By Dr. Stephen Chavura
Bushfires in Australia and the US, a global plague let loose from China, massive economic hardship from virus lockdowns, deadly riots across the US and parts of Europe in the name of anti-racism, Islamic terrorism in France, and the most divided America in living memory.
2020 is already considered by this generation as its annus horribilis.
And yet a larger historical perspective might offer some perspective.
The first plague of Justinian AD541-549 probably killed around 1/5 of people residing in Rome and over the next two hundred years killed an estimated 25-100 million people. The Black Death (1347-1351) killed around 1/3 of Europeans. Of course, history up until the nineteenth century was also characterised by mass starvation and early death because of primitive – by today’s standards – agricultural techniques, lack technology to transport food, and no modern medicine.
And then we have the twentieth century, with its estimated 22 million soldier and civilian deaths from World War I, between 17-100 million Spanish flu deaths (1918-1920), the deprivation of the Great Depression, then the 70-85 million deaths in WWII (3% of the world’s population), not to mention the tens of millions of deaths carried out by totalitarian regimes, especially in Germany, Russia, and China.
Many people, and perhaps you are one of them, can’t wait for the end of 2020. But why are we so certain that 2021 will be any better, or couldn’t be worse? It’s not as if there was some curse placed on the number 2020 that made this year uniquely bad. Perhaps 2020 only feels so bad because we have just experienced a generation or two that were unusually good?
As we approach the end of 2020 Christmas decorations begin to appear, a spark of joy in a dark and doleful year. We commemorate the birth of Jesus who came to tell the world not only that it is broken – as if we didn’t know that – but that we can’t fix it. But this isn’t the same as saying it can’t be fixed. There is hope.
The hope that Jesus offered was far greater than the mere hope for peace while we live on this earth, as wonderful as that is. Jesus offered eternal peace, or better, eternal happiness. Even a new heaven and a new earth. Peace on earth until one dies is good. Eternal happiness is infinitely better.
In John’s Gospel Jesus is described as ‘sent’ by the father around 40 times. Perhaps we need to remember John 3:16-17 as not merely a succinct evangelistic message but as a statement of the full meaning of Christmas:
“For God so loved the world that he gave his one and only son, that whoever believes in him shall not perish but have eternal life. For God did not send his son into the world to condemn the world, but to save the world through him.”
That the world needs saving should be apparent by now in 2020.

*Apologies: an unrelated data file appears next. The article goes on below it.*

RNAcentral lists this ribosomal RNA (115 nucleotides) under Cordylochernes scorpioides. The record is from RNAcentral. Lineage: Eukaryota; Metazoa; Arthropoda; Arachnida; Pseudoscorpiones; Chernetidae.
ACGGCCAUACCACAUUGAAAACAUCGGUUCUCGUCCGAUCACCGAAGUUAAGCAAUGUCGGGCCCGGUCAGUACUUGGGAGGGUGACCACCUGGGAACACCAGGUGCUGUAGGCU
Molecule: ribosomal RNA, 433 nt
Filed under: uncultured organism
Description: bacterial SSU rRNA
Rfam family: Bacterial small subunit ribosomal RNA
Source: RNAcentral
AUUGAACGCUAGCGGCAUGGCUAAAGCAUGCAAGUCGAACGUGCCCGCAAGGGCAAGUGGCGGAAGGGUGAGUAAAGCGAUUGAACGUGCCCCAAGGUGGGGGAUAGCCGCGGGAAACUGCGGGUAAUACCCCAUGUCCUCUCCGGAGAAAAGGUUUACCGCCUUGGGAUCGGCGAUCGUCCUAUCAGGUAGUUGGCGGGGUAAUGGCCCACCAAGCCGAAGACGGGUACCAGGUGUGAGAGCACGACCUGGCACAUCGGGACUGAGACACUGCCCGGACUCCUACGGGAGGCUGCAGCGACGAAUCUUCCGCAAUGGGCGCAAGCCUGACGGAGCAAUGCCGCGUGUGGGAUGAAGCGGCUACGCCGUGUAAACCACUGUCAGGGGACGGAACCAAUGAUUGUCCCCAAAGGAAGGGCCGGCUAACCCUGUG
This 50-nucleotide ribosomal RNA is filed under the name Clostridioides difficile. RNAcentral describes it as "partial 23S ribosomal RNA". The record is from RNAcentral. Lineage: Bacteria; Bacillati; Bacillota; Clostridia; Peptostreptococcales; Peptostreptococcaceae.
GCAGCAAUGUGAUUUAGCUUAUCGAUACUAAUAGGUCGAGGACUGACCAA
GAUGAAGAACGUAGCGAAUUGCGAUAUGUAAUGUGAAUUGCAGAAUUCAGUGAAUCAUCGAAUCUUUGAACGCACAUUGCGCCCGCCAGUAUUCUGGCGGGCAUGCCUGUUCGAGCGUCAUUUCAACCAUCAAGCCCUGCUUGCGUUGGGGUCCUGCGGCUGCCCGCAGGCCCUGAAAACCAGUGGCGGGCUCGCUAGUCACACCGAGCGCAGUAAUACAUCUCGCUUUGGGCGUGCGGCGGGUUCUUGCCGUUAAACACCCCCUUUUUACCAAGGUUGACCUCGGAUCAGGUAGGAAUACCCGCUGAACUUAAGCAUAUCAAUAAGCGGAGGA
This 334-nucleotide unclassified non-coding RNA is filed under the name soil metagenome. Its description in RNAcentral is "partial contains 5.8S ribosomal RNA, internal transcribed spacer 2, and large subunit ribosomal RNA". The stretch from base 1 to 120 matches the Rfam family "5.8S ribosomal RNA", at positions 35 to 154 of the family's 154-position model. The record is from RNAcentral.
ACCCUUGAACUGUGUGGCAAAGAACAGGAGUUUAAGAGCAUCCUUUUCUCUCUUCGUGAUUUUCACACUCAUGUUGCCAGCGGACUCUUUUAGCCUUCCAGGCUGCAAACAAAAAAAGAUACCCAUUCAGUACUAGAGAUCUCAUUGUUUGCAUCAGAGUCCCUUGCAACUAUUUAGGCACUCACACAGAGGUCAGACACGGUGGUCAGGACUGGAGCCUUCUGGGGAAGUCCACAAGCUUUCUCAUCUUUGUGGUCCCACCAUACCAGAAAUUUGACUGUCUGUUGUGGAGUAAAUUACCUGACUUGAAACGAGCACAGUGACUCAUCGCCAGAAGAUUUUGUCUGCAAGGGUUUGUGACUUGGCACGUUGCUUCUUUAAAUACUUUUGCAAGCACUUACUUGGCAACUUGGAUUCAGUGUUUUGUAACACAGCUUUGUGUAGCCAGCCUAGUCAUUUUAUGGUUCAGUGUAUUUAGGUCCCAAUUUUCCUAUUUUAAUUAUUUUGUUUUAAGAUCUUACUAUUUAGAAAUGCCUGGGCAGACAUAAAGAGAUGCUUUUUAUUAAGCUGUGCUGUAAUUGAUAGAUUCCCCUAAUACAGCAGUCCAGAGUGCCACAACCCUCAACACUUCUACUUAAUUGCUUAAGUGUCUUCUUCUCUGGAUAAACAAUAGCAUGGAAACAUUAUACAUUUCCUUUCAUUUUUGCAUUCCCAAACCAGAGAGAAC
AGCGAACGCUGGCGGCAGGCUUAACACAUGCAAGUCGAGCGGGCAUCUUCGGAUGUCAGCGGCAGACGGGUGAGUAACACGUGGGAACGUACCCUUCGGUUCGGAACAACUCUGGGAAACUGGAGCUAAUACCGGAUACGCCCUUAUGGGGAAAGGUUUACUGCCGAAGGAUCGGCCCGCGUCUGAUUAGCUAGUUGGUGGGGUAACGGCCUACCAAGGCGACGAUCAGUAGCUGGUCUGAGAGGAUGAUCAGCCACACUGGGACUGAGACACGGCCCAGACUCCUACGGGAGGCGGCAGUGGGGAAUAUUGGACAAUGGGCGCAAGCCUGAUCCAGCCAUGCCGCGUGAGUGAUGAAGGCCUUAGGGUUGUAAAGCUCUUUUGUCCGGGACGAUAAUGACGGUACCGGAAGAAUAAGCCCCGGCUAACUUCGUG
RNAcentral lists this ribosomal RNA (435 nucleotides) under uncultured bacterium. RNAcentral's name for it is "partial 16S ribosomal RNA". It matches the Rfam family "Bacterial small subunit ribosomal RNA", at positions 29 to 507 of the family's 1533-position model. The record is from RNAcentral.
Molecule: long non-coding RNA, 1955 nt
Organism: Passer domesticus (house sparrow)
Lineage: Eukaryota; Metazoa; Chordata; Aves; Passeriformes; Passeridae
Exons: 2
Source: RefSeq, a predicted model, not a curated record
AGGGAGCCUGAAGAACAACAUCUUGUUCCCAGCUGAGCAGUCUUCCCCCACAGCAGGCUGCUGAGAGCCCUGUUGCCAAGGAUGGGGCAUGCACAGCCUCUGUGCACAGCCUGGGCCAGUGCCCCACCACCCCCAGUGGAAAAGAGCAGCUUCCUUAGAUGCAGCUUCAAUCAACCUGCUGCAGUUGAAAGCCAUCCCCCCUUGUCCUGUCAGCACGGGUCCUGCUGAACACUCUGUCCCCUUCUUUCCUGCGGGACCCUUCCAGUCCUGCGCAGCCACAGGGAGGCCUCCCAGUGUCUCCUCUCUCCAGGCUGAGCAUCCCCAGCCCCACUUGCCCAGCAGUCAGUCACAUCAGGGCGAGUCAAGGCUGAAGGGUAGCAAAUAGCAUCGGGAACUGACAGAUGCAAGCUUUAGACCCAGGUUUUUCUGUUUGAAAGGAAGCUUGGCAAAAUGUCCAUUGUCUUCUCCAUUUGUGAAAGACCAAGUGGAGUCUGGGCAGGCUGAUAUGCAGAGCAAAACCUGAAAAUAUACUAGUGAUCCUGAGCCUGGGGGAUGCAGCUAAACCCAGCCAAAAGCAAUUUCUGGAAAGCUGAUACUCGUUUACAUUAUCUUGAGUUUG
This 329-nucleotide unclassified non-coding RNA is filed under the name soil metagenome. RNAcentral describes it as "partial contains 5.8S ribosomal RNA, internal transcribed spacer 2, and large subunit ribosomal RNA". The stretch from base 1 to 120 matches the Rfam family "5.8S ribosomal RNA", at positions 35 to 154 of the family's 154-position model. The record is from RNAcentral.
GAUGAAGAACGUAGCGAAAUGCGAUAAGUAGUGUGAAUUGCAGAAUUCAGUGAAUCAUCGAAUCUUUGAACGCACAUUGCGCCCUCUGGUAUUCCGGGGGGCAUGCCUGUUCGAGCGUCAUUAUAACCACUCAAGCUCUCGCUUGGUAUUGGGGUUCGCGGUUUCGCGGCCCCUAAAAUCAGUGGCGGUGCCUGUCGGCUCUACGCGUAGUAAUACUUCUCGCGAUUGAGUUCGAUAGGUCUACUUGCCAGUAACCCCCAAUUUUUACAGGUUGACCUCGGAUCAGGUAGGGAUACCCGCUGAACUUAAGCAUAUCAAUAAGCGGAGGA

In Romans 8:2 the Apostle Paul describes the current state of the world in vivid terms: “the whole of creation has been groaning as in the pains of childbirth right up to the present time.” Again, note that built into Paul’s metaphor of the state of the world is the gift to come, stated in various ways as “our adoption as sons” and the “redemption of our bodies”.
Now some might ask why God couldn’t just make things peaceful and happy right now in this world. But if God stopped all conflict and suffering right now we would start it again tomorrow. God would have to either destroy us all to end suffering or make us all holy like Him.
There will never be perfect peace on earth until the Lord returns. And yet the fact is that although the Gospel hasn’t fixed this world in the here and now, historians will testify that Christianity has made the world better for everyone with its teaching on the dignity of all human beings as bearing God’s image. This is the thesis of the book Dominion: The Making of the Western Mind, by unbelieving historian Tom Holland.
The book of Revelation (21:1) speaks of a “new heaven and a new earth”. This world cannot be redeemed and made whole until those who live in it are redeemed and whole. Concerning those who make Jesus their Lord, Revelation 21-3-4 says “They will be his people, and God himself will be with them and be their God.He will wipe every tear from their eyes. There will be no more death or mourning or crying or pain, for the old order of things has passed away.”
And that’s the good news about Christmas. When we celebrate Christmas we celebrate God the Father sending his willing Son to us to do what was necessary for us to be redeemed and realise the proper goal of human life: to glorify and enjoy God forever. And forever is a lot longer than 2020.
Dr. Stephen Chavura is an historian and Fellow with TruthXchange.